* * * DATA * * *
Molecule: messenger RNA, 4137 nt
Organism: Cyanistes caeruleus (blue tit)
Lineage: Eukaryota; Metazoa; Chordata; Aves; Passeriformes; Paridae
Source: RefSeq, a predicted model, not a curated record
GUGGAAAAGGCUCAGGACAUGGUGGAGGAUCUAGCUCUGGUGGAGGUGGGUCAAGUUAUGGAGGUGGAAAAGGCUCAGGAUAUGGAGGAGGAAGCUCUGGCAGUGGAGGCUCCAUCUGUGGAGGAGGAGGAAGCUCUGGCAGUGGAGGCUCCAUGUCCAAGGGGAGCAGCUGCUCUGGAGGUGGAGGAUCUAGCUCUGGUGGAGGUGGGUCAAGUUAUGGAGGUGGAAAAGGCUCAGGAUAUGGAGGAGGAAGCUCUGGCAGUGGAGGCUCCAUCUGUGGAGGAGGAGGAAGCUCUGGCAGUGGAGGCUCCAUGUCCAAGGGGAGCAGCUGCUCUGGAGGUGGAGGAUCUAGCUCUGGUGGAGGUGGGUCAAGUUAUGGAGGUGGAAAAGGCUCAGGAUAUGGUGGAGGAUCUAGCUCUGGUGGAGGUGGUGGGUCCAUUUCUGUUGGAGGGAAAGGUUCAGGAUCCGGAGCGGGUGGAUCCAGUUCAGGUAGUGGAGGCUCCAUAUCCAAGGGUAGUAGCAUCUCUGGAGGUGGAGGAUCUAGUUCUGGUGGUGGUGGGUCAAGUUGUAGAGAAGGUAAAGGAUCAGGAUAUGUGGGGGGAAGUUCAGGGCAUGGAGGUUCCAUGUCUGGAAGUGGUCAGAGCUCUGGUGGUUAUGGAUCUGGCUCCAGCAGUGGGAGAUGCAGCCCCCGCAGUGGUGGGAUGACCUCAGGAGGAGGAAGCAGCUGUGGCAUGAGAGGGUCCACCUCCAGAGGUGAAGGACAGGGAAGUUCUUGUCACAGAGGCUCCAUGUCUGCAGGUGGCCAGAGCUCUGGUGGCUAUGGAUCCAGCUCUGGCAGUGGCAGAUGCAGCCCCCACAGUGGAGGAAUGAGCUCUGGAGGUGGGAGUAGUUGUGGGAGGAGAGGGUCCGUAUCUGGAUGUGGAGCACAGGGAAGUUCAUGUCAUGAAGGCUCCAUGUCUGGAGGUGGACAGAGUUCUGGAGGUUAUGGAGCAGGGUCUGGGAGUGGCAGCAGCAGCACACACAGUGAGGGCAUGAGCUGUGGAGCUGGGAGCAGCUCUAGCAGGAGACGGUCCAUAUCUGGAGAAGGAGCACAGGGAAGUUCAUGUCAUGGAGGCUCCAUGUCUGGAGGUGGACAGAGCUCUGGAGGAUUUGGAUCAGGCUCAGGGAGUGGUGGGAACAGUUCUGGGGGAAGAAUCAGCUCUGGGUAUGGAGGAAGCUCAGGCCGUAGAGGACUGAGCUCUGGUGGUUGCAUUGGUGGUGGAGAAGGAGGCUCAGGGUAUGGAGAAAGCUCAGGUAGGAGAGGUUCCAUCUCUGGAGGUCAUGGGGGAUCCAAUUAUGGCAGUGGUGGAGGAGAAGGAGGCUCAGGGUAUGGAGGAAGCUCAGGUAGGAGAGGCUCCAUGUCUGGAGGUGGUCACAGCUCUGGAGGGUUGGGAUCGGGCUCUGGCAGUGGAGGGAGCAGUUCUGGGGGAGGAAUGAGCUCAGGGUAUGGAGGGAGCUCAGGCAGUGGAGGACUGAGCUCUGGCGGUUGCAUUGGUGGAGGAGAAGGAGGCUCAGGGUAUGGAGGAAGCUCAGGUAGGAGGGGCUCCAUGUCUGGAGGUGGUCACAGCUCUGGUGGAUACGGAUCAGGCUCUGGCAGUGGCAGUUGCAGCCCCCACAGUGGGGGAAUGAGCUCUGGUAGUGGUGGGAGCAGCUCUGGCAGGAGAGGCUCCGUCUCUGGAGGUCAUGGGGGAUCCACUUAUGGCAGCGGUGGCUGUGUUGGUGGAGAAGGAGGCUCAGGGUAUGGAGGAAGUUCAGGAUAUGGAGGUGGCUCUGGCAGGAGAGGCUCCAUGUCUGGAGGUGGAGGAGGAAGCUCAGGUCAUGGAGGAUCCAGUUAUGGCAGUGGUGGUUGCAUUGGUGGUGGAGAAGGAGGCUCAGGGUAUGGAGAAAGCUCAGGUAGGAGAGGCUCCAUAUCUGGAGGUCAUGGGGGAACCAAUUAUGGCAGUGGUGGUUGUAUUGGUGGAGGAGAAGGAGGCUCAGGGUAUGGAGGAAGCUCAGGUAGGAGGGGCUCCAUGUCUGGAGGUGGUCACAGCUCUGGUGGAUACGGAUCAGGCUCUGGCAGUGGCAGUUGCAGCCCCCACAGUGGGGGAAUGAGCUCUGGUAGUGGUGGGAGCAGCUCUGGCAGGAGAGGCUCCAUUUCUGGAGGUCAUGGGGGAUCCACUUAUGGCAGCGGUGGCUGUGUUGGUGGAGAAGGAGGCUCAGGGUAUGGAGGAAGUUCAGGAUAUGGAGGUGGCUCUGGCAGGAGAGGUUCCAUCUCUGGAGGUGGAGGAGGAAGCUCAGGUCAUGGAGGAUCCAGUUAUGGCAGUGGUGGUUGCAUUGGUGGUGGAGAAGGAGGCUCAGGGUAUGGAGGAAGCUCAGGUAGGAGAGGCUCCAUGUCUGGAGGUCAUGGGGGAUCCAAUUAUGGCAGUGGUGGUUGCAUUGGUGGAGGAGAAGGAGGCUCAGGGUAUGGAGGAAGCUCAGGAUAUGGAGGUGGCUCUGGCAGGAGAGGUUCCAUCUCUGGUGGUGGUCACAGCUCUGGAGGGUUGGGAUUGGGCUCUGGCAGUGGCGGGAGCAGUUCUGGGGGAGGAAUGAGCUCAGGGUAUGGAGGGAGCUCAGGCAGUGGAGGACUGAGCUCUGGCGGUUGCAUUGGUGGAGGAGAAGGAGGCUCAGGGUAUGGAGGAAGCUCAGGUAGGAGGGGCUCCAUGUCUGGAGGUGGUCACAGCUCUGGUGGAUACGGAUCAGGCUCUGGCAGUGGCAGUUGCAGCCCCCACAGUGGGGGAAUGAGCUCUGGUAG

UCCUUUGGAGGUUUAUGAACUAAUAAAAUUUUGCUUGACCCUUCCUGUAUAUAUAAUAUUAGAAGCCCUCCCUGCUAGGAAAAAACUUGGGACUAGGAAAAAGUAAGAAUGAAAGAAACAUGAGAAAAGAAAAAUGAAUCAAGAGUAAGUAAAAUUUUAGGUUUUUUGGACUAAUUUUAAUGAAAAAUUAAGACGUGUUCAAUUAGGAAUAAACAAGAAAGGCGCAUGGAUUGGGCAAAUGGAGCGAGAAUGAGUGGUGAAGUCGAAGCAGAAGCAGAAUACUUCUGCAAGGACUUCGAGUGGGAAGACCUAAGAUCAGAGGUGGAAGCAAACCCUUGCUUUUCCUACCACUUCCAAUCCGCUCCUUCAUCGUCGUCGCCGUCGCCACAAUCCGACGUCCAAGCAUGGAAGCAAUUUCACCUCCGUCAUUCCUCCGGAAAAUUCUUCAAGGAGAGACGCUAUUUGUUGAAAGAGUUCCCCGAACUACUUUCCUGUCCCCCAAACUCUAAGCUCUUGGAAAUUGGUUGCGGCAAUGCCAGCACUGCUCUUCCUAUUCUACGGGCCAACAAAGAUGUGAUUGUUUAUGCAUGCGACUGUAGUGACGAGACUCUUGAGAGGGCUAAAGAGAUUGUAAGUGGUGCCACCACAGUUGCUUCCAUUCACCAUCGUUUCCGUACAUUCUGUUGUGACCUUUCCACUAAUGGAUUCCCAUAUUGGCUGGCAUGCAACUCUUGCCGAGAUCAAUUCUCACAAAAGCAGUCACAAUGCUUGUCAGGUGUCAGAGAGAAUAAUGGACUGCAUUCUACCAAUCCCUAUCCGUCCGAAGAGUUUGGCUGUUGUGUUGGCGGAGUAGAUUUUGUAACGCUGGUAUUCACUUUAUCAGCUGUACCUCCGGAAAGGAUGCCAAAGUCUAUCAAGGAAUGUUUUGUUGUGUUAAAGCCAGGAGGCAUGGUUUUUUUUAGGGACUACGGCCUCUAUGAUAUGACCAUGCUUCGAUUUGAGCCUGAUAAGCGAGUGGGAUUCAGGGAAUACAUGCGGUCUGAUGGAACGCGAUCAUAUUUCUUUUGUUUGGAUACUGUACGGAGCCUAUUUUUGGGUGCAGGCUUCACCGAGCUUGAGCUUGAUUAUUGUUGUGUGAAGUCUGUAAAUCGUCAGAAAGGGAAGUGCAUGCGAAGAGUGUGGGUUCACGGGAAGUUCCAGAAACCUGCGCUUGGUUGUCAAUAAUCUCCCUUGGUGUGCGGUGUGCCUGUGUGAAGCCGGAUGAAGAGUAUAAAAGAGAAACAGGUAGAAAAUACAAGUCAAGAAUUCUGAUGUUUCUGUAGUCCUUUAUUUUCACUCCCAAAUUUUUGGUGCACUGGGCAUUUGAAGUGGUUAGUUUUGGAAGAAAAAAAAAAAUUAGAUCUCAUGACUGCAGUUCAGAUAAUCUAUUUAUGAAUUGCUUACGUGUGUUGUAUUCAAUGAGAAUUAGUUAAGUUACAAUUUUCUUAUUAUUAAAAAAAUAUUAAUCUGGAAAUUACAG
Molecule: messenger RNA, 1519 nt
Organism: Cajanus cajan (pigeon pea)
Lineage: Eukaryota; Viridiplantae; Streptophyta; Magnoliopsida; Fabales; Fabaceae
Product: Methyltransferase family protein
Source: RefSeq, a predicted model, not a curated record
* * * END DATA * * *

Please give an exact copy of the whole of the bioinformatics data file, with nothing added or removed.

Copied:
Molecule: messenger RNA, 4137 nt
Organism: Cyanistes caeruleus (blue tit)
Lineage: Eukaryota; Metazoa; Chordata; Aves; Passeriformes; Paridae
Source: RefSeq, a predicted model, not a curated record
GUGGAAAAGGCUCAGGACAUGGUGGAGGAUCUAGCUCUGGUGGAGGUGGGUCAAGUUAUGGAGGUGGAAAAGGCUCAGGAUAUGGAGGAGGAAGCUCUGGCAGUGGAGGCUCCAUCUGUGGAGGAGGAGGAAGCUCUGGCAGUGGAGGCUCCAUGUCCAAGGGGAGCAGCUGCUCUGGAGGUGGAGGAUCUAGCUCUGGUGGAGGUGGGUCAAGUUAUGGAGGUGGAAAAGGCUCAGGAUAUGGAGGAGGAAGCUCUGGCAGUGGAGGCUCCAUCUGUGGAGGAGGAGGAAGCUCUGGCAGUGGAGGCUCCAUGUCCAAGGGGAGCAGCUGCUCUGGAGGUGGAGGAUCUAGCUCUGGUGGAGGUGGGUCAAGUUAUGGAGGUGGAAAAGGCUCAGGAUAUGGUGGAGGAUCUAGCUCUGGUGGAGGUGGUGGGUCCAUUUCUGUUGGAGGGAAAGGUUCAGGAUCCGGAGCGGGUGGAUCCAGUUCAGGUAGUGGAGGCUCCAUAUCCAAGGGUAGUAGCAUCUCUGGAGGUGGAGGAUCUAGUUCUGGUGGUGGUGGGUCAAGUUGUAGAGAAGGUAAAGGAUCAGGAUAUGUGGGGGGAAGUUCAGGGCAUGGAGGUUCCAUGUCUGGAAGUGGUCAGAGCUCUGGUGGUUAUGGAUCUGGCUCCAGCAGUGGGAGAUGCAGCCCCCGCAGUGGUGGGAUGACCUCAGGAGGAGGAAGCAGCUGUGGCAUGAGAGGGUCCACCUCCAGAGGUGAAGGACAGGGAAGUUCUUGUCACAGAGGCUCCAUGUCUGCAGGUGGCCAGAGCUCUGGUGGCUAUGGAUCCAGCUCUGGCAGUGGCAGAUGCAGCCCCCACAGUGGAGGAAUGAGCUCUGGAGGUGGGAGUAGUUGUGGGAGGAGAGGGUCCGUAUCUGGAUGUGGAGCACAGGGAAGUUCAUGUCAUGAAGGCUCCAUGUCUGGAGGUGGACAGAGUUCUGGAGGUUAUGGAGCAGGGUCUGGGAGUGGCAGCAGCAGCACACACAGUGAGGGCAUGAGCUGUGGAGCUGGGAGCAGCUCUAGCAGGAGACGGUCCAUAUCUGGAGAAGGAGCACAGGGAAGUUCAUGUCAUGGAGGCUCCAUGUCUGGAGGUGGACAGAGCUCUGGAGGAUUUGGAUCAGGCUCAGGGAGUGGUGGGAACAGUUCUGGGGGAAGAAUCAGCUCUGGGUAUGGAGGAAGCUCAGGCCGUAGAGGACUGAGCUCUGGUGGUUGCAUUGGUGGUGGAGAAGGAGGCUCAGGGUAUGGAGAAAGCUCAGGUAGGAGAGGUUCCAUCUCUGGAGGUCAUGGGGGAUCCAAUUAUGGCAGUGGUGGAGGAGAAGGAGGCUCAGGGUAUGGAGGAAGCUCAGGUAGGAGAGGCUCCAUGUCUGGAGGUGGUCACAGCUCUGGAGGGUUGGGAUCGGGCUCUGGCAGUGGAGGGAGCAGUUCUGGGGGAGGAAUGAGCUCAGGGUAUGGAGGGAGCUCAGGCAGUGGAGGACUGAGCUCUGGCGGUUGCAUUGGUGGAGGAGAAGGAGGCUCAGGGUAUGGAGGAAGCUCAGGUAGGAGGGGCUCCAUGUCUGGAGGUGGUCACAGCUCUGGUGGAUACGGAUCAGGCUCUGGCAGUGGCAGUUGCAGCCCCCACAGUGGGGGAAUGAGCUCUGGUAGUGGUGGGAGCAGCUCUGGCAGGAGAGGCUCCGUCUCUGGAGGUCAUGGGGGAUCCACUUAUGGCAGCGGUGGCUGUGUUGGUGGAGAAGGAGGCUCAGGGUAUGGAGGAAGUUCAGGAUAUGGAGGUGGCUCUGGCAGGAGAGGCUCCAUGUCUGGAGGUGGAGGAGGAAGCUCAGGUCAUGGAGGAUCCAGUUAUGGCAGUGGUGGUUGCAUUGGUGGUGGAGAAGGAGGCUCAGGGUAUGGAGAAAGCUCAGGUAGGAGAGGCUCCAUAUCUGGAGGUCAUGGGGGAACCAAUUAUGGCAGUGGUGGUUGUAUUGGUGGAGGAGAAGGAGGCUCAGGGUAUGGAGGAAGCUCAGGUAGGAGGGGCUCCAUGUCUGGAGGUGGUCACAGCUCUGGUGGAUACGGAUCAGGCUCUGGCAGUGGCAGUUGCAGCCCCCACAGUGGGGGAAUGAGCUCUGGUAGUGGUGGGAGCAGCUCUGGCAGGAGAGGCUCCAUUUCUGGAGGUCAUGGGGGAUCCACUUAUGGCAGCGGUGGCUGUGUUGGUGGAGAAGGAGGCUCAGGGUAUGGAGGAAGUUCAGGAUAUGGAGGUGGCUCUGGCAGGAGAGGUUCCAUCUCUGGAGGUGGAGGAGGAAGCUCAGGUCAUGGAGGAUCCAGUUAUGGCAGUGGUGGUUGCAUUGGUGGUGGAGAAGGAGGCUCAGGGUAUGGAGGAAGCUCAGGUAGGAGAGGCUCCAUGUCUGGAGGUCAUGGGGGAUCCAAUUAUGGCAGUGGUGGUUGCAUUGGUGGAGGAGAAGGAGGCUCAGGGUAUGGAGGAAGCUCAGGAUAUGGAGGUGGCUCUGGCAGGAGAGGUUCCAUCUCUGGUGGUGGUCACAGCUCUGGAGGGUUGGGAUUGGGCUCUGGCAGUGGCGGGAGCAGUUCUGGGGGAGGAAUGAGCUCAGGGUAUGGAGGGAGCUCAGGCAGUGGAGGACUGAGCUCUGGCGGUUGCAUUGGUGGAGGAGAAGGAGGCUCAGGGUAUGGAGGAAGCUCAGGUAGGAGGGGCUCCAUGUCUGGAGGUGGUCACAGCUCUGGUGGAUACGGAUCAGGCUCUGGCAGUGGCAGUUGCAGCCCCCACAGUGGGGGAAUGAGCUCUGGUAG

UCCUUUGGAGGUUUAUGAACUAAUAAAAUUUUGCUUGACCCUUCCUGUAUAUAUAAUAUUAGAAGCCCUCCCUGCUAGGAAAAAACUUGGGACUAGGAAAAAGUAAGAAUGAAAGAAACAUGAGAAAAGAAAAAUGAAUCAAGAGUAAGUAAAAUUUUAGGUUUUUUGGACUAAUUUUAAUGAAAAAUUAAGACGUGUUCAAUUAGGAAUAAACAAGAAAGGCGCAUGGAUUGGGCAAAUGGAGCGAGAAUGAGUGGUGAAGUCGAAGCAGAAGCAGAAUACUUCUGCAAGGACUUCGAGUGGGAAGACCUAAGAUCAGAGGUGGAAGCAAACCCUUGCUUUUCCUACCACUUCCAAUCCGCUCCUUCAUCGUCGUCGCCGUCGCCACAAUCCGACGUCCAAGCAUGGAAGCAAUUUCACCUCCGUCAUUCCUCCGGAAAAUUCUUCAAGGAGAGACGCUAUUUGUUGAAAGAGUUCCCCGAACUACUUUCCUGUCCCCCAAACUCUAAGCUCUUGGAAAUUGGUUGCGGCAAUGCCAGCACUGCUCUUCCUAUUCUACGGGCCAACAAAGAUGUGAUUGUUUAUGCAUGCGACUGUAGUGACGAGACUCUUGAGAGGGCUAAAGAGAUUGUAAGUGGUGCCACCACAGUUGCUUCCAUUCACCAUCGUUUCCGUACAUUCUGUUGUGACCUUUCCACUAAUGGAUUCCCAUAUUGGCUGGCAUGCAACUCUUGCCGAGAUCAAUUCUCACAAAAGCAGUCACAAUGCUUGUCAGGUGUCAGAGAGAAUAAUGGACUGCAUUCUACCAAUCCCUAUCCGUCCGAAGAGUUUGGCUGUUGUGUUGGCGGAGUAGAUUUUGUAACGCUGGUAUUCACUUUAUCAGCUGUACCUCCGGAAAGGAUGCCAAAGUCUAUCAAGGAAUGUUUUGUUGUGUUAAAGCCAGGAGGCAUGGUUUUUUUUAGGGACUACGGCCUCUAUGAUAUGACCAUGCUUCGAUUUGAGCCUGAUAAGCGAGUGGGAUUCAGGGAAUACAUGCGGUCUGAUGGAACGCGAUCAUAUUUCUUUUGUUUGGAUACUGUACGGAGCCUAUUUUUGGGUGCAGGCUUCACCGAGCUUGAGCUUGAUUAUUGUUGUGUGAAGUCUGUAAAUCGUCAGAAAGGGAAGUGCAUGCGAAGAGUGUGGGUUCACGGGAAGUUCCAGAAACCUGCGCUUGGUUGUCAAUAAUCUCCCUUGGUGUGCGGUGUGCCUGUGUGAAGCCGGAUGAAGAGUAUAAAAGAGAAACAGGUAGAAAAUACAAGUCAAGAAUUCUGAUGUUUCUGUAGUCCUUUAUUUUCACUCCCAAAUUUUUGGUGCACUGGGCAUUUGAAGUGGUUAGUUUUGGAAGAAAAAAAAAAAUUAGAUCUCAUGACUGCAGUUCAGAUAAUCUAUUUAUGAAUUGCUUACGUGUGUUGUAUUCAAUGAGAAUUAGUUAAGUUACAAUUUUCUUAUUAUUAAAAAAAUAUUAAUCUGGAAAUUACAG
Molecule: messenger RNA, 1519 nt
Organism: Cajanus cajan (pigeon pea)
Lineage: Eukaryota; Viridiplantae; Streptophyta; Magnoliopsida; Fabales; Fabaceae
Product: Methyltransferase family protein
Source: RefSeq, a predicted model, not a curated record